Photo: Waller County Sheriff’s Office

What are the odds that two different black people would be found dead of hanging in the exact same Texas jail with no explanation nearly four years apart? How likely is it that two black people would inexplicably commit suicide at the exact same jail and no guards were there to catch it or intervene?

Hopefully, the Texas Rangers will be able to answer that as they investigate the death of 34-year-old Evan Lyndell Parker, who was found hanging in his cell Jan. 25. He was taken to a hospital and died two days later, according to KHOU.

Parker was being held at the Waller County Jail for murder and aggravated assault charges. He was arrested on Jan. 10 and charged with fatally stabbing 64-year-old Harry Parnell and critically injuring 36-year-old Jose Rangel, both of whom worked with him at Orizon Industries in Waller County, according to the Houston Chronicle.

The Waller County District Attorney’s Office issued the following statement in regards to Parker’s death, according to KHOU:

There was an apparent suicide attempt at the Waller County Jail in the early morning hours of January 25, 2019. Upon discovery of the male inmate he was rushed to the hospital in Houston where he is alive and being treated for his injuries. At the request of the Waller County Sheriff, the F.B.I. and the Texas Rangers have been asked to take the lead in the investigation surrounding the suicide attempt. At this time there is no information to show that any procedures or guidelines were not followed by the jail staff.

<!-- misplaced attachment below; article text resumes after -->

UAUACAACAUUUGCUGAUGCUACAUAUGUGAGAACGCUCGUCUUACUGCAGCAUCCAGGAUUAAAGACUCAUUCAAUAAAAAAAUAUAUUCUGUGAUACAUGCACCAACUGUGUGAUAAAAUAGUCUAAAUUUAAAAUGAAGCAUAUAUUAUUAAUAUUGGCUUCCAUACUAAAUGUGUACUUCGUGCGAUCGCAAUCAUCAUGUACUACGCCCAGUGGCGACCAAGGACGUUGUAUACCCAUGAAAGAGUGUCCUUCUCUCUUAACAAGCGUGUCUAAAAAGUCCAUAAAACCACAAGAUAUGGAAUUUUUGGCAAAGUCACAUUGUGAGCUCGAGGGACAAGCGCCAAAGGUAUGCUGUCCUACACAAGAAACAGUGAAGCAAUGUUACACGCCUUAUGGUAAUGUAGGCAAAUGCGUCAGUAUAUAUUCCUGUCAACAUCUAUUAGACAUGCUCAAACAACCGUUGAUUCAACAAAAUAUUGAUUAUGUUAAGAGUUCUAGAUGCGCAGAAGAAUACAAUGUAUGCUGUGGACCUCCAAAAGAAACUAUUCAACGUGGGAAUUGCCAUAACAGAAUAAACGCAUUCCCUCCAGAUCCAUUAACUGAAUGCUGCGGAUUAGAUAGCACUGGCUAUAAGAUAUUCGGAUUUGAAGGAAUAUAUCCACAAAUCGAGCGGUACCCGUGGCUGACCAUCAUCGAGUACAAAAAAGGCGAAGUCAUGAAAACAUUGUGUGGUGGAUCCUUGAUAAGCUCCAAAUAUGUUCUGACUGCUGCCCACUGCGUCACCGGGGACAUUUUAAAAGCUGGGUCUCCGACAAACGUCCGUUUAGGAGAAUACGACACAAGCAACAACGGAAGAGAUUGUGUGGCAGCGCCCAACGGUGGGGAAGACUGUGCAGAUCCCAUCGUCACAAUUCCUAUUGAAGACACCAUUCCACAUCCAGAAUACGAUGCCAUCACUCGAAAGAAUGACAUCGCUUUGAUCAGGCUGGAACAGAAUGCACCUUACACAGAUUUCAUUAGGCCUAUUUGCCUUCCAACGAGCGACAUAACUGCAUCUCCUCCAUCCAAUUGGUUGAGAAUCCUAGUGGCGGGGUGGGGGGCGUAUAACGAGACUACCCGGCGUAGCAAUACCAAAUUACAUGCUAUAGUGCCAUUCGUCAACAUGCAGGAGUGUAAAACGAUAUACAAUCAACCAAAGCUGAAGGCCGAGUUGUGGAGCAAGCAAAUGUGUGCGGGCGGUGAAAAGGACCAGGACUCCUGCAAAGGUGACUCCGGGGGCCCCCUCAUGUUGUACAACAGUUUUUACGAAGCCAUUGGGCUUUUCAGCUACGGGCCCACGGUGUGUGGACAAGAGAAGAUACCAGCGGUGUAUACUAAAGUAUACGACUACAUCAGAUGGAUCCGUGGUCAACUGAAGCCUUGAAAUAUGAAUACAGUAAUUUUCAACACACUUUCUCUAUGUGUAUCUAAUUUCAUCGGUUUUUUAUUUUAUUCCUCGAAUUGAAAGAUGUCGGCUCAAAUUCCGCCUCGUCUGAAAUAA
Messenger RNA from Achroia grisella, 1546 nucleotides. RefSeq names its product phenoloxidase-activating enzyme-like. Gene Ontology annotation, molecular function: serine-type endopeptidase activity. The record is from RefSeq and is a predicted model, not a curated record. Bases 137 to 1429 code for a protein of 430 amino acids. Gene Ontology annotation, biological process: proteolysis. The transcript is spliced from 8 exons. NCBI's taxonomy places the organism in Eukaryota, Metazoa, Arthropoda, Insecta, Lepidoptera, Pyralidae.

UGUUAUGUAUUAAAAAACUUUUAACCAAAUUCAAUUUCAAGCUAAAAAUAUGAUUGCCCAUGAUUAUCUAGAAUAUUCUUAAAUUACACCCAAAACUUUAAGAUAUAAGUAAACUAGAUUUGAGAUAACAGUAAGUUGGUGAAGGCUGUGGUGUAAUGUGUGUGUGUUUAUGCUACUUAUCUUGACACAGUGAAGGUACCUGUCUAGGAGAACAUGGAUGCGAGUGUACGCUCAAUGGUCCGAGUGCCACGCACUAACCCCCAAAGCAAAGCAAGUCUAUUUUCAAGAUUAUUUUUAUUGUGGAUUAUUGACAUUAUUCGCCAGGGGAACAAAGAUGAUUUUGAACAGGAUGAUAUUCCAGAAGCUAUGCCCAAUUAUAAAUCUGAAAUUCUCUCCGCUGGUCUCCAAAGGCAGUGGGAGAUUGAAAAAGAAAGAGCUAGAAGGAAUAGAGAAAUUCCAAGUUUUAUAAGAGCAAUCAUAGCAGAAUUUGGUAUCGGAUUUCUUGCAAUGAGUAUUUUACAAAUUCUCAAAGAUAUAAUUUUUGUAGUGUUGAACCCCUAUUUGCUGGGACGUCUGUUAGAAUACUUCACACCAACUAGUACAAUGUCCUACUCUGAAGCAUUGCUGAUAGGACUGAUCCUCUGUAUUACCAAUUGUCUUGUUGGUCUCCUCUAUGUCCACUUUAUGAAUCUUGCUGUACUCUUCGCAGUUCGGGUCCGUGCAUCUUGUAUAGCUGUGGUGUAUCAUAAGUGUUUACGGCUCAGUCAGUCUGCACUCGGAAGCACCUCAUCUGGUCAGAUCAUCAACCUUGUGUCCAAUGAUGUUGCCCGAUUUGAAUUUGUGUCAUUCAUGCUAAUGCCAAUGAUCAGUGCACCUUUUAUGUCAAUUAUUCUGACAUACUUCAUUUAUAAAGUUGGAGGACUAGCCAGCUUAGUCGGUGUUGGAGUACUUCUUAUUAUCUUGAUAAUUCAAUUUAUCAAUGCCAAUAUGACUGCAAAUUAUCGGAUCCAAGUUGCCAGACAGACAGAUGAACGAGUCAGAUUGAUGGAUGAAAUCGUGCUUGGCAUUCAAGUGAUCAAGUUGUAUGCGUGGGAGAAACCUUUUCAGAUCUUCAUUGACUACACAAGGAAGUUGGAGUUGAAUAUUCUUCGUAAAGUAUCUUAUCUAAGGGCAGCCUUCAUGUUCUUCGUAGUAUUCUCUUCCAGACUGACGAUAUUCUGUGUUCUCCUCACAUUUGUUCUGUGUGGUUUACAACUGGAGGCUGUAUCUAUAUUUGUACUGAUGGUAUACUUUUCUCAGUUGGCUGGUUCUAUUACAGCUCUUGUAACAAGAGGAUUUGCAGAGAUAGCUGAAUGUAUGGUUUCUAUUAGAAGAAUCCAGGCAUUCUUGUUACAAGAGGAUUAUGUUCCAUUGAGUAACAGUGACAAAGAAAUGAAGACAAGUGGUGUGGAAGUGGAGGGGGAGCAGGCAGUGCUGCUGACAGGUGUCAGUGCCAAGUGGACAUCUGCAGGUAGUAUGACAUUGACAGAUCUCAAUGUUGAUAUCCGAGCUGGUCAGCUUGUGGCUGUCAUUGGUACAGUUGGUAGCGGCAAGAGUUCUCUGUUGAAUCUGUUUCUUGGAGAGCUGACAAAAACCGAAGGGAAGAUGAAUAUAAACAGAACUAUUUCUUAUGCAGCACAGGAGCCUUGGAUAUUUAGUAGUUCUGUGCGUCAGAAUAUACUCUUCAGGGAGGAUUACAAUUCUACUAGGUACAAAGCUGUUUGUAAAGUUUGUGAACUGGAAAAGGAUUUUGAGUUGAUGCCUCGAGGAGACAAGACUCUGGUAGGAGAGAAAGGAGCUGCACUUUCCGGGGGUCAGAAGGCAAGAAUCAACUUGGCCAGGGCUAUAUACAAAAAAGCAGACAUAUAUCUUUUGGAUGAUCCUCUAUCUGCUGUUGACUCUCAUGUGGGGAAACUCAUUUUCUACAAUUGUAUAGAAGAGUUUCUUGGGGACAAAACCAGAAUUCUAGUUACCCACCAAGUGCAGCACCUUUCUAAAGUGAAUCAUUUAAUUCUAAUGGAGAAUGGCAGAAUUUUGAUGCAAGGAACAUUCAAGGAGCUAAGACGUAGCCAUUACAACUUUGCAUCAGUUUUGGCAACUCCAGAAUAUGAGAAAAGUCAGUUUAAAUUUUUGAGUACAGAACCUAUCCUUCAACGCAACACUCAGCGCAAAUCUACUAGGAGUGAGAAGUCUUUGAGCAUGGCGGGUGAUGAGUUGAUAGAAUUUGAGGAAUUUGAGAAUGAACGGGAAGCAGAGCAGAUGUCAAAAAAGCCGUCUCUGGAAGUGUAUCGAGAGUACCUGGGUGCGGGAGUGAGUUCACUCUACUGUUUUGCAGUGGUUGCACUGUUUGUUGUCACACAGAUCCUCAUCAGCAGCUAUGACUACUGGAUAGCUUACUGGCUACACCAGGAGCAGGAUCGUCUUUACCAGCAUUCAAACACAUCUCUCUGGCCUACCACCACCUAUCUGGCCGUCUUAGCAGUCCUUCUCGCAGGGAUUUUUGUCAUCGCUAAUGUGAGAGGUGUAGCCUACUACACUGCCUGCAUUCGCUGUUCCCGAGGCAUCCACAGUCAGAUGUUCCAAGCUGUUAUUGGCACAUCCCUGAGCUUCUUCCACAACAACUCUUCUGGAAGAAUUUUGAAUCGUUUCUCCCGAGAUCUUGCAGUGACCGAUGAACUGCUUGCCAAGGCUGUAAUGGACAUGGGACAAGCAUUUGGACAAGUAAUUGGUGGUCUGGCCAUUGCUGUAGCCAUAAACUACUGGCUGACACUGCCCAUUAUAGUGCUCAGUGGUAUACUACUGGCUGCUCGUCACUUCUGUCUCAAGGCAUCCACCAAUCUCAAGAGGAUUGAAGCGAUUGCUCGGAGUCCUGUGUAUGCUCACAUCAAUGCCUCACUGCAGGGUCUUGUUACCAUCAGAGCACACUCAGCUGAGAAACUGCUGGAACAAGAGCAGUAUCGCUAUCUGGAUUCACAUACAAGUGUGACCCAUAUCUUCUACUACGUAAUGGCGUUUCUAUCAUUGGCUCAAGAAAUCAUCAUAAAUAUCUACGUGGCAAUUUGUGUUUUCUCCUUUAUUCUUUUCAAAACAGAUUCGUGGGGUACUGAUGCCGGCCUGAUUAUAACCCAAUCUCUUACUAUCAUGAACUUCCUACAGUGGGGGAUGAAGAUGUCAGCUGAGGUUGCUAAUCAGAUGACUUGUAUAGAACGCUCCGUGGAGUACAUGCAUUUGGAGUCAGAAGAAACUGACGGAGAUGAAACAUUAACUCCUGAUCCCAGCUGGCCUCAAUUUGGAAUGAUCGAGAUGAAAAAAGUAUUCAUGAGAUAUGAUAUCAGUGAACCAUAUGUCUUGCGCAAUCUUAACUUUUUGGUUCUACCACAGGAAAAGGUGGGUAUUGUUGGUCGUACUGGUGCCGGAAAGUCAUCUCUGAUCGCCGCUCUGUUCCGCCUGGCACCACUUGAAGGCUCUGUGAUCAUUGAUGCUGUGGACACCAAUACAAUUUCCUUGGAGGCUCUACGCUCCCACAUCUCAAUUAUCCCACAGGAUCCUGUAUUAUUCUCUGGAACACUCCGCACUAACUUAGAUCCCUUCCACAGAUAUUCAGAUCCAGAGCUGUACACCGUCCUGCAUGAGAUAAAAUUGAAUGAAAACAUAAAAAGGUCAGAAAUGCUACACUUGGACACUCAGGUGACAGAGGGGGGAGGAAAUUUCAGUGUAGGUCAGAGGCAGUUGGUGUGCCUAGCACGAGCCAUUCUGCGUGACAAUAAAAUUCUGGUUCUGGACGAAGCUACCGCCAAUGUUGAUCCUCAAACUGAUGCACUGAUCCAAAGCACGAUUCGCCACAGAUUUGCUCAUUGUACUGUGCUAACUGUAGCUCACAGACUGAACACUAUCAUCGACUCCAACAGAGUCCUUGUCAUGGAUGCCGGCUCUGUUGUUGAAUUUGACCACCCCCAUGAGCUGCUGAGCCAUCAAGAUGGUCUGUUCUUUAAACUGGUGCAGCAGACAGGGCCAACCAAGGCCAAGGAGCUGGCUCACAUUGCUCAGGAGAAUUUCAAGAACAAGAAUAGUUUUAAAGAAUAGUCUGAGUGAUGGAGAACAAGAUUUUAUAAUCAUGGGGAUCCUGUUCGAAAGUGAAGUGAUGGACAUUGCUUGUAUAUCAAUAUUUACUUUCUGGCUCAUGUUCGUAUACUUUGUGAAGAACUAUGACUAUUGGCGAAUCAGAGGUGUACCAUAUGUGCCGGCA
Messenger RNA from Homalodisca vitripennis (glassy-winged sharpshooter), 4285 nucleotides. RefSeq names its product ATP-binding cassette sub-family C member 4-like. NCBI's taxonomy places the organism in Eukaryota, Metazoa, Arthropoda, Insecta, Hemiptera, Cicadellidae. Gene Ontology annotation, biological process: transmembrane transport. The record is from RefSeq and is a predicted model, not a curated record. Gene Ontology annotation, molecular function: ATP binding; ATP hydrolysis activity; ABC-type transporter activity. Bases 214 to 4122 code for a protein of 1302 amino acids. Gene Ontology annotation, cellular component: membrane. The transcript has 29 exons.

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Those procedures and guidelines include a requirement for jailers to have face-to-face observation of all prisoners at least once per hour. If a prisoner is known to be assaultive, potentially suicidal, mentally ill or has demonstrated bizarre behavior, the observations are required to be more frequent—at least once every half-hour.

According to the Chronicle, the Waller County Jail failed to meet those standards, according to a December 2018 report.

Where jailers were supposed to check on inmates at least once per hour, it was found that jail staff exceeded that time limit by almost two and a half hours. Where they were to check on inmates at least once every 30 minutes, it was found that jail staff exceeded that time by 74 minutes.

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Similar findings were made after the July 2015 death of Sandra Bland in the same jail. Bland, 28, was found dead from hanging in her cell just three days after she was arrested during a traffic stop.

Her death was ruled a suicide and her family settled a wrongful death lawsuit for $1.9 million with Waller County officials and the state trooper, Brian Encinia, who arrested Bland. Encinia was subsequently fired from the Texas Department of Public Safety, and he is no longer eligible for a job in law enforcement as a result.

Speaking on Parker’s death, Waller County Judge Trey Duhon told the Chronicle: “All I can say is, it’s extremely unfortunate when it happens. Even with the best of precautions, it is always possible that somebody intent on taking their life could be successful. All we can do is make sure we meet guidelines and do the routine checks. At this point, it looks like that was done.”